It’s easy to get caught up in the hype surrounding Sox-Yankees, but I submit to you that this hype is at least 75% accounted for by the fact that ESPN and SI are both basically based in New York and another 20% by the fact that both teams have actually been good at the same time for the last 5 or 6 years.

  5. Paul Moro says:

    Nick, I don’t talk about the Yanks-Sox rivalry unquestioningly. Or rather, I try not to. But if you like baseball, you can’t just turn a blind eye towards it.

    Your point on the Giants-Dodgers-Yankees is valid. If we were having this conversation in the late 1940s-early 1950s, you’d be absolutely correct.

    But the Dodgers and Giants, I don’t think, have ever played each other in the postseason (in all fairness, aside from the weird 1981 season, this was impossible for them to do pre-1995) so their rivalry never quite reached the national stage. It was a regional thing.

    Granted, the Sox-Yanks rivalry is also rooted in geography, but it’s far easier to follow East Coast baseball than it is West Coast simply because of the time difference. There aren’t many people on the East who are able to finish watching a game taking place out West that starts after 10pm EST.

    And again, the 2003 postseason created this behemoth for better or worse and the 2004 playoffs made it that much stronger. And it happened with the national tv audience watching. You can’t say that about the Dodgers-Giants. The average fan would sooner point to a Giants-A’s rivalry because it’s easier to point to geographic proximity (which makes marketing it easier) and the 1988 World Series.

    Besides, I think we’re talking about two different things here – you’re approaching it from a historical perspective while all I was referring to is the present. I don’t think either of us are wrong, per se.

  6. Coley Ward says:

    Paul, I like interleague play. I don’t like the following things:

    1. The DH. I think it’s silly that one league has it and one league doesn’t. Why stop there? Why doesn’t one league play with a slightly larger ball? Or with four outs per inning? Rules should be uniform.

    2. There are two more teams in the American League than there are in the National League. Can’t we just contract the Rockies and Devil Rays, switch the Brewers back to the AL and be done with it?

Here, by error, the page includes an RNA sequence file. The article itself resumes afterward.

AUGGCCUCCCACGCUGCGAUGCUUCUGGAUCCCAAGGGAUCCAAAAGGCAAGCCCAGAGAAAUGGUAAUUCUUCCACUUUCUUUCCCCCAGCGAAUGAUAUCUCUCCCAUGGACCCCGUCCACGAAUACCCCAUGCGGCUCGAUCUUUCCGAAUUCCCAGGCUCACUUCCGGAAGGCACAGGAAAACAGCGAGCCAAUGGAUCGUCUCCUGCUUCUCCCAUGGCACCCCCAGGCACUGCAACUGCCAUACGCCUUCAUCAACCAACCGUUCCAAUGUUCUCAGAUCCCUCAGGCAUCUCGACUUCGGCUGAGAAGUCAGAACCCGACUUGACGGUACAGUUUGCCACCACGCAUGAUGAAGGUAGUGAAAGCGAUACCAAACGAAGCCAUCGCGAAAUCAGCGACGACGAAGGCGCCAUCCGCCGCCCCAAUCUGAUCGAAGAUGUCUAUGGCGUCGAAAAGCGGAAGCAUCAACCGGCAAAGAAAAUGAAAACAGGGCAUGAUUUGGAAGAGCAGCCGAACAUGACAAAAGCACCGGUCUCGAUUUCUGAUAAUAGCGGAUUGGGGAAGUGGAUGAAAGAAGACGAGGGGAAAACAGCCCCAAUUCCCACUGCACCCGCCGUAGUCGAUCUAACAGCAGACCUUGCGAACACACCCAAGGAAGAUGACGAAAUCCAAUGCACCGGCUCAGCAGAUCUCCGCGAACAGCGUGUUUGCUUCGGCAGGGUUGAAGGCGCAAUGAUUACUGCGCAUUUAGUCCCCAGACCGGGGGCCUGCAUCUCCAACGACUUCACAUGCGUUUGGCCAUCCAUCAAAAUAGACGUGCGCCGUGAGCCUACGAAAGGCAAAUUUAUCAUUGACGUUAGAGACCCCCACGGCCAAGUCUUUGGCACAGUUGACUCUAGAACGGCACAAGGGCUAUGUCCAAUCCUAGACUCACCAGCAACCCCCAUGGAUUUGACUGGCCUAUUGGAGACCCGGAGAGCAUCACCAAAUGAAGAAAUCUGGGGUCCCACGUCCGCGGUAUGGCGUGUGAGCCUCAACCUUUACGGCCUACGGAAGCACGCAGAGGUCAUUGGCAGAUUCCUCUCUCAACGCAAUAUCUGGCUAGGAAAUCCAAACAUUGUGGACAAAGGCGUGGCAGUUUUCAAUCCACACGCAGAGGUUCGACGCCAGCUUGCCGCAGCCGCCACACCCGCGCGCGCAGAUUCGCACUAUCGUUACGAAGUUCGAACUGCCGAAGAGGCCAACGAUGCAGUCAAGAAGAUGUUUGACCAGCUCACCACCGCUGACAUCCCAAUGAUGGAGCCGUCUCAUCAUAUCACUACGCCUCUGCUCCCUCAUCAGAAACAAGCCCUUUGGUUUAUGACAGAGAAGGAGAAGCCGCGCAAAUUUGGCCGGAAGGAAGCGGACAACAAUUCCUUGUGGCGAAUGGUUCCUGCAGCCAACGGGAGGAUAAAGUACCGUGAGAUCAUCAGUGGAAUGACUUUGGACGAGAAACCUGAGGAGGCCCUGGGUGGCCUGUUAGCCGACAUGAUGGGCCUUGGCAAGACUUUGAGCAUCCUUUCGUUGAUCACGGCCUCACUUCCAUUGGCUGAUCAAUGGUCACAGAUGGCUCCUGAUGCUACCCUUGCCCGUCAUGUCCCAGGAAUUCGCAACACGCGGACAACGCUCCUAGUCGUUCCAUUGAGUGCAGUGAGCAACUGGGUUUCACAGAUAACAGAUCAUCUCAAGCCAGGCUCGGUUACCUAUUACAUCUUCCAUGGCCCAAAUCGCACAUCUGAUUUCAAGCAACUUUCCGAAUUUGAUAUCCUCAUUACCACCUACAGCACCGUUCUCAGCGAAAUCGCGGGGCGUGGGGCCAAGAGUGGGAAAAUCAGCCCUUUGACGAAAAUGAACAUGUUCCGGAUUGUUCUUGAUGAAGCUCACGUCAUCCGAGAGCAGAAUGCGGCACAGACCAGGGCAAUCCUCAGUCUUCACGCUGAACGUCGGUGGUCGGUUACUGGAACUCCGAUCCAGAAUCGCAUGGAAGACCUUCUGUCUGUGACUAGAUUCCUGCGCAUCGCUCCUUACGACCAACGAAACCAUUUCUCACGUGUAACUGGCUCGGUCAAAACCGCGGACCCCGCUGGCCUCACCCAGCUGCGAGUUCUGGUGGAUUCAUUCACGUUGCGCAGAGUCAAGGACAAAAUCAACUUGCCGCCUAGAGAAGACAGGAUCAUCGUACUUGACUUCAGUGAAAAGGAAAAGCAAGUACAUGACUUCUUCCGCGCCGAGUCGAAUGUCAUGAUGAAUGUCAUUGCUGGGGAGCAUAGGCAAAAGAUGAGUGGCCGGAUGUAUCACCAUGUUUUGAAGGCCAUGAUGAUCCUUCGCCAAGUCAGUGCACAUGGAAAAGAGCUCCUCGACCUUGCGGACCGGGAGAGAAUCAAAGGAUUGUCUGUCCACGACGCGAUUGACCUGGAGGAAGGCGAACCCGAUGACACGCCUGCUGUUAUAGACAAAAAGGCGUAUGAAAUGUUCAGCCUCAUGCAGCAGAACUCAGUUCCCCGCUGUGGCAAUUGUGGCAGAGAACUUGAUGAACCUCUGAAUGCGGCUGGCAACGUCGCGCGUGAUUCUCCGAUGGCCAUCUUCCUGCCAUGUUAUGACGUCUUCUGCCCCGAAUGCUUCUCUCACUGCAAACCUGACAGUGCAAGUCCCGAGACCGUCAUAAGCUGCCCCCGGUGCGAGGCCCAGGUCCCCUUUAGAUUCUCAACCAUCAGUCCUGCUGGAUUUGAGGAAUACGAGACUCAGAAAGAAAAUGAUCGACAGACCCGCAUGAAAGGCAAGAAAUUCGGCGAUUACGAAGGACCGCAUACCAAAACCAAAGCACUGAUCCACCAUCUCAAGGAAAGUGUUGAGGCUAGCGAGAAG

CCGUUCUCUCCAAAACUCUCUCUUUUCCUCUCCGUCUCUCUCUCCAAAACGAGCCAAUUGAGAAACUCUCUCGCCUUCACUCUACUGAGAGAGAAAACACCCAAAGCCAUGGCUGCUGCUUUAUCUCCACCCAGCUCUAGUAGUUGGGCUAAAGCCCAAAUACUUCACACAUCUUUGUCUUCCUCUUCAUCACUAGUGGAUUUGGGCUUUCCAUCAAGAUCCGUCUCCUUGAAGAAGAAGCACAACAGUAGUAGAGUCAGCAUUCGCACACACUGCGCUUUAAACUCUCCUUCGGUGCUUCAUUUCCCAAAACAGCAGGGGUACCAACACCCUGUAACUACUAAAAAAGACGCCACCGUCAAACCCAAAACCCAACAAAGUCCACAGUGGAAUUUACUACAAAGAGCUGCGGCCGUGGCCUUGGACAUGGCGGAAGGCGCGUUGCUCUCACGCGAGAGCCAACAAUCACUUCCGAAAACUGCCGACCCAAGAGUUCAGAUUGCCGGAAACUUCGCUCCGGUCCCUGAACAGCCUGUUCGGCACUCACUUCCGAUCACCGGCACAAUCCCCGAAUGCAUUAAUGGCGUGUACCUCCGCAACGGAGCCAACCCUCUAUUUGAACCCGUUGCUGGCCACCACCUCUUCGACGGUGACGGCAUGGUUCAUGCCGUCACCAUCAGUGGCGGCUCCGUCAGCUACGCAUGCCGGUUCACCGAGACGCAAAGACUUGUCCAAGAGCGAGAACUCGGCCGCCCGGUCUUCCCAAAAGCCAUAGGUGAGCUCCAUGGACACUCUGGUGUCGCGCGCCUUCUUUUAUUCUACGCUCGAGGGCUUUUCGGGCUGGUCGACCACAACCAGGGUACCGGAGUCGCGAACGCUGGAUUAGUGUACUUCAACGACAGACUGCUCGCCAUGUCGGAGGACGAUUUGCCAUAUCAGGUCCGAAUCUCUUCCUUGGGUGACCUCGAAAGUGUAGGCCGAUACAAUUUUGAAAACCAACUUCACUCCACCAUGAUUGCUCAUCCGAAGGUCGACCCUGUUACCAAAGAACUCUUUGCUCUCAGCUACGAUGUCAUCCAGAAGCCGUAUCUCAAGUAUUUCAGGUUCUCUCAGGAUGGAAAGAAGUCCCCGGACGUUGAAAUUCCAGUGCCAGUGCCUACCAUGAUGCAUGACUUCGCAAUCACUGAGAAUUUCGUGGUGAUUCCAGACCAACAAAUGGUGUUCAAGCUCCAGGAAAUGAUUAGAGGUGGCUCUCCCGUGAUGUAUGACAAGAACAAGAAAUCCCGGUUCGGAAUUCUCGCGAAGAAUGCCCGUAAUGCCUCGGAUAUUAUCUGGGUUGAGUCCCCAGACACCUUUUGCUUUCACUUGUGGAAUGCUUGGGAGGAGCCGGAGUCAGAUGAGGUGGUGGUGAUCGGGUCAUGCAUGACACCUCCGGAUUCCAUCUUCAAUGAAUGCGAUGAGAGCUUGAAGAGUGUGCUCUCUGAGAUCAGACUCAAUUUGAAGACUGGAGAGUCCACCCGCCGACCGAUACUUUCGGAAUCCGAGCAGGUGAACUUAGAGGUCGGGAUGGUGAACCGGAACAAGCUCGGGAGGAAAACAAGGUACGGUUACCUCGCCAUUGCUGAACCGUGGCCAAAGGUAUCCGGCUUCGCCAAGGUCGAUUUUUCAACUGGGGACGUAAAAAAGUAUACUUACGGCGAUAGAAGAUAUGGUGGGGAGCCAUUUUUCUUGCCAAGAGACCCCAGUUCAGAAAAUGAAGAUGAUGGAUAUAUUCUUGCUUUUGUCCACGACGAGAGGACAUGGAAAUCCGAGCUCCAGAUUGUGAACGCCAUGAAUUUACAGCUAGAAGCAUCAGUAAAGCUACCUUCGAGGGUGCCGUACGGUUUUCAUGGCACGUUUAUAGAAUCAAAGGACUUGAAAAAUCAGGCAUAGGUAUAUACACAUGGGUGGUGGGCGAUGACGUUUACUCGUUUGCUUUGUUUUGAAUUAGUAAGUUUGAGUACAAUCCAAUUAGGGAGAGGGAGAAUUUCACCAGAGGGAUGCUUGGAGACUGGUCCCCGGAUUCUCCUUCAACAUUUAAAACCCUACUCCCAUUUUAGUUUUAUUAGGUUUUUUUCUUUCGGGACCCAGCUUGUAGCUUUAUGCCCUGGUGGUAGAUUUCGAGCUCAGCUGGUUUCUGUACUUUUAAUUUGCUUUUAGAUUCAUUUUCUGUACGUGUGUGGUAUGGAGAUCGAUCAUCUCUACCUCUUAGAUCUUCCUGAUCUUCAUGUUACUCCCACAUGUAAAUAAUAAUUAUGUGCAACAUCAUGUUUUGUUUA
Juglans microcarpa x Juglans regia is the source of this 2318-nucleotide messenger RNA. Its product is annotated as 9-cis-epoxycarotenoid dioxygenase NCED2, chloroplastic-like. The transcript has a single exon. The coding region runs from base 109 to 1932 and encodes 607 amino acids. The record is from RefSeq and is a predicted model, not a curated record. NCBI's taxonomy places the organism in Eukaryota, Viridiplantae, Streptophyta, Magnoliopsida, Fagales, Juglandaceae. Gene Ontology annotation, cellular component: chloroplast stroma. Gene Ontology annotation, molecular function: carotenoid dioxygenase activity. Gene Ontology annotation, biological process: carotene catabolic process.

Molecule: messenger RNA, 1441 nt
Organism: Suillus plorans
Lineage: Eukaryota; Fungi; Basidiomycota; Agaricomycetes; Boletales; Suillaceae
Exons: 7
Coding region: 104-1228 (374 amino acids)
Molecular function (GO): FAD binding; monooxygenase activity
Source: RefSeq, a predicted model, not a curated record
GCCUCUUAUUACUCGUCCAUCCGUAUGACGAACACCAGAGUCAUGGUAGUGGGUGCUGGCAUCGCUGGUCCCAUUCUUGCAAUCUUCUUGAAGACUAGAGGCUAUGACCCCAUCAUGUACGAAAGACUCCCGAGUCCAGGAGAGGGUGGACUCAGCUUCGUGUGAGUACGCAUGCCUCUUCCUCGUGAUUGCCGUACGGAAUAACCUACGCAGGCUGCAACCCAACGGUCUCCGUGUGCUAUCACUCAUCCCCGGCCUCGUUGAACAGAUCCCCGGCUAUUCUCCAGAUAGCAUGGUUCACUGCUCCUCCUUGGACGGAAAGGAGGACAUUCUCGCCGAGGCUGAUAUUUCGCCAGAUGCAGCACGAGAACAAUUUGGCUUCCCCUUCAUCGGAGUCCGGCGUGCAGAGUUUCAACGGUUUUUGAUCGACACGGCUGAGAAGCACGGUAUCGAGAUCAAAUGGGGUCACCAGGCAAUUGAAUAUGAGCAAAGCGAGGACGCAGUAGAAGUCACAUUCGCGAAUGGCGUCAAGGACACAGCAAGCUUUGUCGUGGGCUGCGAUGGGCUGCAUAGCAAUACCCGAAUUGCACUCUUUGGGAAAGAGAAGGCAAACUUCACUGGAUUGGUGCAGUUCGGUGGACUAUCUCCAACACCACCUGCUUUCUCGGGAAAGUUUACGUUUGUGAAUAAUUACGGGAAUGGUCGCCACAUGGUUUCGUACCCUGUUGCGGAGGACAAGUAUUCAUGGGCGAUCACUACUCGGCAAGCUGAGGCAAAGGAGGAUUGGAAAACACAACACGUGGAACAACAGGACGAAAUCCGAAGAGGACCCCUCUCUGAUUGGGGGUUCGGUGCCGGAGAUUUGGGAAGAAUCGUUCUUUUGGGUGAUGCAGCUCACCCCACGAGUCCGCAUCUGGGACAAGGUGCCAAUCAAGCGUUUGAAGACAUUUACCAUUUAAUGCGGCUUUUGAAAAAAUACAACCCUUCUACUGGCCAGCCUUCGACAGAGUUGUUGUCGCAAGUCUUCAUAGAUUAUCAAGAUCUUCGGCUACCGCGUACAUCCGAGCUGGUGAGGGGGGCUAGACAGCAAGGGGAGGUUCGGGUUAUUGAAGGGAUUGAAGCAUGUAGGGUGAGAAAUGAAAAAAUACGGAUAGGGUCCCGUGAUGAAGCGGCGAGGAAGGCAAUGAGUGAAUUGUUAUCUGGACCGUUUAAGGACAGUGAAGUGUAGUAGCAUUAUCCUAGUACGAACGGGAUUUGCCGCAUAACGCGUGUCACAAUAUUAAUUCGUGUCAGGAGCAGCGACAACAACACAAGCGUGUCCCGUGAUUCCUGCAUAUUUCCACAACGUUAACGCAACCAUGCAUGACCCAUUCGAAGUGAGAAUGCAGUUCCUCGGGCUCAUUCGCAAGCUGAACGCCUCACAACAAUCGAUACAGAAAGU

3. Chipper Jones. Let’s get rid of him, too.

  7. Nick Kapur says:

    I totally take your point, Paul, about us actually talking about different things and us both being right. But I still feel it’s important to recognize how much of Yanks-Sox rivalry is just hype self-generated by East-Coast media conglomerates, and how recent it is – pretty much just 2003-present and Bucky Dent.

    Actually, the Dodgers and Giants have played each other in the playoffs a few times, most famously in the three game playoff in 1951 which was ended in the bottom of the ninth of the third game with Bobby Thompson’s “shot heard round the world” walk-off home run.

    But great baseball rivalries are really not just about playing each other in the post season, which as you point out is actually pretty hard to do if you’re in the same division – it’s much more about being in tight pennant races year after year after year, and the Dodgers and the Giants have finished 1-2 or 2-1 in their league or division more than any other two teams in all of baseball history.

    I also take your point about East-Coaster’s being asleep when west-coast teams play, but that doesn’t make the rivalries any less intense (at least on the ground, if not at the SportsCenter desk). You should definitely try to make it to a Giants-Dodgers game some day if you get a chance, if you can even get a ticket to one, that is.

  8. El Esteroide says:

    Yo Zvee;

    Accusing me of being a fair weather fan doesn’t deflect anything from the fact that Mets fans care more about the Yankees than any of their division “rivals.” And it doesn’t change the fact that the Subway Series “rivalry” more or less goes one way–just look at some of Jose Reyes’ comments about it compared to those of Derek Jeter.

    As for the Yankees/Red Sox rivalry, it’s true that it wasn’t the most heated in sports for too long a time, but it certainly is now. Since around when Pedro got dealt to the Sox it has kicked up to a historic level of intensity that no other rivalry in American sports can compare to.

    Finally I would never wear a Heilman jersey on the #7 train. I wouldn’t want to sit next to kid with purple hair or the 20 year old mom with 4 kids ;)